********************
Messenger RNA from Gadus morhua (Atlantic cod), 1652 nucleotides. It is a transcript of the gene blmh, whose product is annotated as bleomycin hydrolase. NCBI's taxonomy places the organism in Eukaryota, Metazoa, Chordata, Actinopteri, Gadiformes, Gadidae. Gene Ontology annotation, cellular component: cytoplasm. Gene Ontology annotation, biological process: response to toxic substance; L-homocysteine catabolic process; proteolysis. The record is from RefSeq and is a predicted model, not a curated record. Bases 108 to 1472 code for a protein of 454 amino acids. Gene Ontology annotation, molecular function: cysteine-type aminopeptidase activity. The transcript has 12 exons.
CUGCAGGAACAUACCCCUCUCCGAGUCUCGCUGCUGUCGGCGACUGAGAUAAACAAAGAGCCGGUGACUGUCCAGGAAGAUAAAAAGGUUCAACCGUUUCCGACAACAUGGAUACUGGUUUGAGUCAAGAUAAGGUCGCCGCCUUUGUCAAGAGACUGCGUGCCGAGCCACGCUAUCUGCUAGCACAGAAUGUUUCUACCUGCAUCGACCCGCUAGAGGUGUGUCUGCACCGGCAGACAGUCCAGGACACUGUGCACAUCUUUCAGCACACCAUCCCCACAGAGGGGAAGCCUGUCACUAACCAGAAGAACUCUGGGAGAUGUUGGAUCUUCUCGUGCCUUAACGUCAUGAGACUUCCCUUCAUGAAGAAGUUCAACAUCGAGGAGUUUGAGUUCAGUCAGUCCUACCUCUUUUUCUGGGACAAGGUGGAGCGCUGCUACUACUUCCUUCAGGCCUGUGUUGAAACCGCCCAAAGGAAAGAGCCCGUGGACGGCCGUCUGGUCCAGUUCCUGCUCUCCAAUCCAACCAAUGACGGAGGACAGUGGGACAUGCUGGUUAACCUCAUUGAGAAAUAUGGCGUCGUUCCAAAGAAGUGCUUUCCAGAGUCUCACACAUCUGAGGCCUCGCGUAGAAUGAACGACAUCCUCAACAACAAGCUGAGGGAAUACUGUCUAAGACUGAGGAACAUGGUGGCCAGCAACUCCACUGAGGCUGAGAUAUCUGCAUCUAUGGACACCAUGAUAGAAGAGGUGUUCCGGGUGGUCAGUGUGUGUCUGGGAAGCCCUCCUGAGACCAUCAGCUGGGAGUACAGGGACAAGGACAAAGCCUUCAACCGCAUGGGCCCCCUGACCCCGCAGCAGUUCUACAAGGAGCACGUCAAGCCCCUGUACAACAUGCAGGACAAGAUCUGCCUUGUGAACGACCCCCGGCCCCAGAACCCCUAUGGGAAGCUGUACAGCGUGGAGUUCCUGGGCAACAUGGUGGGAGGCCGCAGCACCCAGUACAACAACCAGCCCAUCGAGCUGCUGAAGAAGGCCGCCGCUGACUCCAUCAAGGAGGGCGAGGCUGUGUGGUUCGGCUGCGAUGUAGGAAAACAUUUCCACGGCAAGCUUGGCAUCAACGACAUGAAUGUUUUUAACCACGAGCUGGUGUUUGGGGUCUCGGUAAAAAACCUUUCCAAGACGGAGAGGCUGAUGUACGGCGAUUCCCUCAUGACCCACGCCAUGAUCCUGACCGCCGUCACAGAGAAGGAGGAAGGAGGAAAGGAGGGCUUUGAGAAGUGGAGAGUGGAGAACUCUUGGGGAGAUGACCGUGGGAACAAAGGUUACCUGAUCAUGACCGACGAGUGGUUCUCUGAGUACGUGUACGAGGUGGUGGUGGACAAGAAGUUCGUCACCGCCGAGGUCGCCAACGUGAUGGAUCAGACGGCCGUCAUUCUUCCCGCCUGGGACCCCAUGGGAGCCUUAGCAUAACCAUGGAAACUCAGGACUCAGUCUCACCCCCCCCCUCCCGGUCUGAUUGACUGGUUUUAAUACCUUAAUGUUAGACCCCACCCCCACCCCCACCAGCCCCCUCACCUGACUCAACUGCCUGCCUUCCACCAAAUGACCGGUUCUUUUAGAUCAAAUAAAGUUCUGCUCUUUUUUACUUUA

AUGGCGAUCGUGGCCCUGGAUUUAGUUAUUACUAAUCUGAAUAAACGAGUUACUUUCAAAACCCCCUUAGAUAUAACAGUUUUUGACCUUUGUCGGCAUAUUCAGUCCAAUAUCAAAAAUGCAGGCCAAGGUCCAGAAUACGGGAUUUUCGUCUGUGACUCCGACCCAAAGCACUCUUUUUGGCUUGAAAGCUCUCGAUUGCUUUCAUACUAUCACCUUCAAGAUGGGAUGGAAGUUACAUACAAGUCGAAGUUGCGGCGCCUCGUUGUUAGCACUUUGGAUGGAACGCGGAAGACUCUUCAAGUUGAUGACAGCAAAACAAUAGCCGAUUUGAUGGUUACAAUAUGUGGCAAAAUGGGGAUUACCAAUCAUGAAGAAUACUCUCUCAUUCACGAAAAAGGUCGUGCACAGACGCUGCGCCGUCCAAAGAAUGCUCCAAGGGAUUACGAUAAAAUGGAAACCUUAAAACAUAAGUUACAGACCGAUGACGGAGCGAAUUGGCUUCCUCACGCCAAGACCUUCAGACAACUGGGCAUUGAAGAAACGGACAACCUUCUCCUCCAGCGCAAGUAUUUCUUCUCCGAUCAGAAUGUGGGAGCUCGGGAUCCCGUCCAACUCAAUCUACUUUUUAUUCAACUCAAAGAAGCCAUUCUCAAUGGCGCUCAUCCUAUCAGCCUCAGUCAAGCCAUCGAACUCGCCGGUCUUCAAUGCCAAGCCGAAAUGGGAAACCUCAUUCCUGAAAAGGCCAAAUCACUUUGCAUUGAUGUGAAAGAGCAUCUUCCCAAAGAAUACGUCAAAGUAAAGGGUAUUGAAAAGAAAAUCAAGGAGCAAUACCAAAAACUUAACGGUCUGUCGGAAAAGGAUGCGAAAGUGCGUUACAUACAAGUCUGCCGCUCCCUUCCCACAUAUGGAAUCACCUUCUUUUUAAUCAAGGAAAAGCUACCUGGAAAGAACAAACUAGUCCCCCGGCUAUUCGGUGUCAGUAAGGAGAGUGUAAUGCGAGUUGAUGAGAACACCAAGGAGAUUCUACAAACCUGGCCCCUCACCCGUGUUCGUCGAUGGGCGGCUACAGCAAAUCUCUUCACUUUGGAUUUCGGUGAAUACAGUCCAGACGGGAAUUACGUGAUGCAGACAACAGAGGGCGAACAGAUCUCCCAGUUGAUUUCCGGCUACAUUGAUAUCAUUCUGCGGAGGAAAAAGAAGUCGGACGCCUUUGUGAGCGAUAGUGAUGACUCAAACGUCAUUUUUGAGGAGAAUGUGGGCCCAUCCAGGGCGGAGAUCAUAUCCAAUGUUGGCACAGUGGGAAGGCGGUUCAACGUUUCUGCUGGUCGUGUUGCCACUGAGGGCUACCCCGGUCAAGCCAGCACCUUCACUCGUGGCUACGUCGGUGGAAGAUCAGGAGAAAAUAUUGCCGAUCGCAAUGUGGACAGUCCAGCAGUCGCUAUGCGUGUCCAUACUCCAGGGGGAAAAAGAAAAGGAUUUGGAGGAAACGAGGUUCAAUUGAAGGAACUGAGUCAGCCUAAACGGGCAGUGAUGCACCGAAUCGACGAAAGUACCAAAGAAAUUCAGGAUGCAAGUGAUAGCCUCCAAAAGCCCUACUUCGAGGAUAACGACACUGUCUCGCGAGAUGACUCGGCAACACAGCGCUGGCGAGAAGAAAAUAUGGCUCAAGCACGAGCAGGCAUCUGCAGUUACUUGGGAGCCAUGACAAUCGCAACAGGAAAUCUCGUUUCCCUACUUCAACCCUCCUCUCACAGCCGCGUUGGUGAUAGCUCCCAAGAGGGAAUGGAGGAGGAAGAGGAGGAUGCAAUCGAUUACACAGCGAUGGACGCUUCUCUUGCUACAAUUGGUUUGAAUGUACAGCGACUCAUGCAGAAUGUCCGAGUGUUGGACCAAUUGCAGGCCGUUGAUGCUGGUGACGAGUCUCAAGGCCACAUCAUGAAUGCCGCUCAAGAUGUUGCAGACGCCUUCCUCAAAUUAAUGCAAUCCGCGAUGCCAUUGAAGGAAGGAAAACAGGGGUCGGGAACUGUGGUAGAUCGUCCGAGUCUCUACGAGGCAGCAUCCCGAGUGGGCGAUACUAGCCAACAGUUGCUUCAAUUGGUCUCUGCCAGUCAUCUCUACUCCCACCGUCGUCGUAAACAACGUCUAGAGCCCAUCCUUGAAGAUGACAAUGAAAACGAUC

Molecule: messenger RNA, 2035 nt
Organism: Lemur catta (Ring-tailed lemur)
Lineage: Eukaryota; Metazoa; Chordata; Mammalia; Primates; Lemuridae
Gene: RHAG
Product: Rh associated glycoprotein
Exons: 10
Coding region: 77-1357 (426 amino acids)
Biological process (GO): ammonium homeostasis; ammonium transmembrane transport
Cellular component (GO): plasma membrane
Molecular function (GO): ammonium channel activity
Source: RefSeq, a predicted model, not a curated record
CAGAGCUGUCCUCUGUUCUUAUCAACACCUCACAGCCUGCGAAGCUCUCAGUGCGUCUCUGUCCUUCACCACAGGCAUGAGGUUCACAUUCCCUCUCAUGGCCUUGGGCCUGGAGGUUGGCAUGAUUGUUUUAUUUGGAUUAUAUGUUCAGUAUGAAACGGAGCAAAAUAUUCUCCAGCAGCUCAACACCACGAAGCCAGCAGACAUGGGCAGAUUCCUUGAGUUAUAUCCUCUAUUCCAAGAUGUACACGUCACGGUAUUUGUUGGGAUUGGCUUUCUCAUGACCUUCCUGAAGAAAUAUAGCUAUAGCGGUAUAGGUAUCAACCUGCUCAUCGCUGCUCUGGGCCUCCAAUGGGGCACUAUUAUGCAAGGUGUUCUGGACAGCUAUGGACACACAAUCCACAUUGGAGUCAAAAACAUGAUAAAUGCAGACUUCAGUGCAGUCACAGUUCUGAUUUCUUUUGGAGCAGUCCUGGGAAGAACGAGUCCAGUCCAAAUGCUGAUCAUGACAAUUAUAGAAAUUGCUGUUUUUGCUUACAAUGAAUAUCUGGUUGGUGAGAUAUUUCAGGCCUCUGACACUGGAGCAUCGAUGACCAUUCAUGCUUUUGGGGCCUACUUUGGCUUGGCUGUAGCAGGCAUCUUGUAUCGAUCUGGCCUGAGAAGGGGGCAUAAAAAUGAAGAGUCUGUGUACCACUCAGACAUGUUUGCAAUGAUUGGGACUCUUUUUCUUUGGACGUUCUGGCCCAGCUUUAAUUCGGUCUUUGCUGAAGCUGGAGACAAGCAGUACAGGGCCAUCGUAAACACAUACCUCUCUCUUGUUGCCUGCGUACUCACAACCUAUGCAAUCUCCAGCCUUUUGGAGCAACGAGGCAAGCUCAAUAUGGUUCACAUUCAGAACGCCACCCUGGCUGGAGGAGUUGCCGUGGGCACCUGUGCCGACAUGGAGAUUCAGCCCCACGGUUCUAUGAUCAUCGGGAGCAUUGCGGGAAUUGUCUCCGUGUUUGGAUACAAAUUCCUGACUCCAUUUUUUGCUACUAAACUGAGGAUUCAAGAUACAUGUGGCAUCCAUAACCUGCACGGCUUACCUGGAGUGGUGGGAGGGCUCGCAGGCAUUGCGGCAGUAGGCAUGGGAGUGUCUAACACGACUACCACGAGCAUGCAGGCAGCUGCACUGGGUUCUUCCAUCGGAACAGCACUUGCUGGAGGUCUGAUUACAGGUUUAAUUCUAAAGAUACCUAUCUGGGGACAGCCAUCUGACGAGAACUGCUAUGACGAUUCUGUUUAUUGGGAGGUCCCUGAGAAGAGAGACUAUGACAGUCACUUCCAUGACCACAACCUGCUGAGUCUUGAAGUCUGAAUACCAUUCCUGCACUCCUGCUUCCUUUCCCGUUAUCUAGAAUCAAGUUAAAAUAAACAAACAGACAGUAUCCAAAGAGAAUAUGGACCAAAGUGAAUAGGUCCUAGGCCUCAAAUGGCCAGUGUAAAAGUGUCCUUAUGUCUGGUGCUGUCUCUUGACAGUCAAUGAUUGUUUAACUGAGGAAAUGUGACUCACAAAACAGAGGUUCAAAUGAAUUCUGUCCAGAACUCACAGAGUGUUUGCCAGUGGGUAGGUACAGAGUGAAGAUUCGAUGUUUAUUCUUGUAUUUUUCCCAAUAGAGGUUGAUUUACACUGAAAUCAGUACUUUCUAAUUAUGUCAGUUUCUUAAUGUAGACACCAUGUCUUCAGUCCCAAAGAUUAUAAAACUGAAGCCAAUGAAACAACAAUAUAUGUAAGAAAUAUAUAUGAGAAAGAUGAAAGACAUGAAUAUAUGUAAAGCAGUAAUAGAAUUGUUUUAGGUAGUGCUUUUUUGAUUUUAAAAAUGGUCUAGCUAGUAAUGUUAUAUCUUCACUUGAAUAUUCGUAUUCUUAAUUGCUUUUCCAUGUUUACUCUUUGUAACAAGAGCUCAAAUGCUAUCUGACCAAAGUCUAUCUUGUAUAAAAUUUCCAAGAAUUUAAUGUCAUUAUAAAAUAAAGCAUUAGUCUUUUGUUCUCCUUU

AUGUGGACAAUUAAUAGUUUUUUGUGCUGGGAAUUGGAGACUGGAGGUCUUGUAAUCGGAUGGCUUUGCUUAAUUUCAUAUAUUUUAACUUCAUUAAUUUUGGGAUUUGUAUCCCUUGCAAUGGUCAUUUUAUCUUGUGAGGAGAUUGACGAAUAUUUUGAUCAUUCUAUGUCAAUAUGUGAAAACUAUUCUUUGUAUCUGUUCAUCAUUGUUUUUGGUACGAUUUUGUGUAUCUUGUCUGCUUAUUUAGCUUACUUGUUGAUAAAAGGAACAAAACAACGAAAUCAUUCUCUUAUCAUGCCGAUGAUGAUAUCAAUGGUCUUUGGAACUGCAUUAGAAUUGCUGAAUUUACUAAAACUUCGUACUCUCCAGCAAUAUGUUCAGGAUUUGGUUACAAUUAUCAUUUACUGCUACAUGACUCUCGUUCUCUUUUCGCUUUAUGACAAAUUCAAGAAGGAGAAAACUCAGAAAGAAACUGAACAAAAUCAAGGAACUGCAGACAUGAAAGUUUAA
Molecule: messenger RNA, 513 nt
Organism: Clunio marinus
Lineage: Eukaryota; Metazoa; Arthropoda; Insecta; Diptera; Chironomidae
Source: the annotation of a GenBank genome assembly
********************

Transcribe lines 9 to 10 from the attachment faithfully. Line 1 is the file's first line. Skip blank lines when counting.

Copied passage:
Exons: 10
Coding region: 77-1357 (426 amino acids)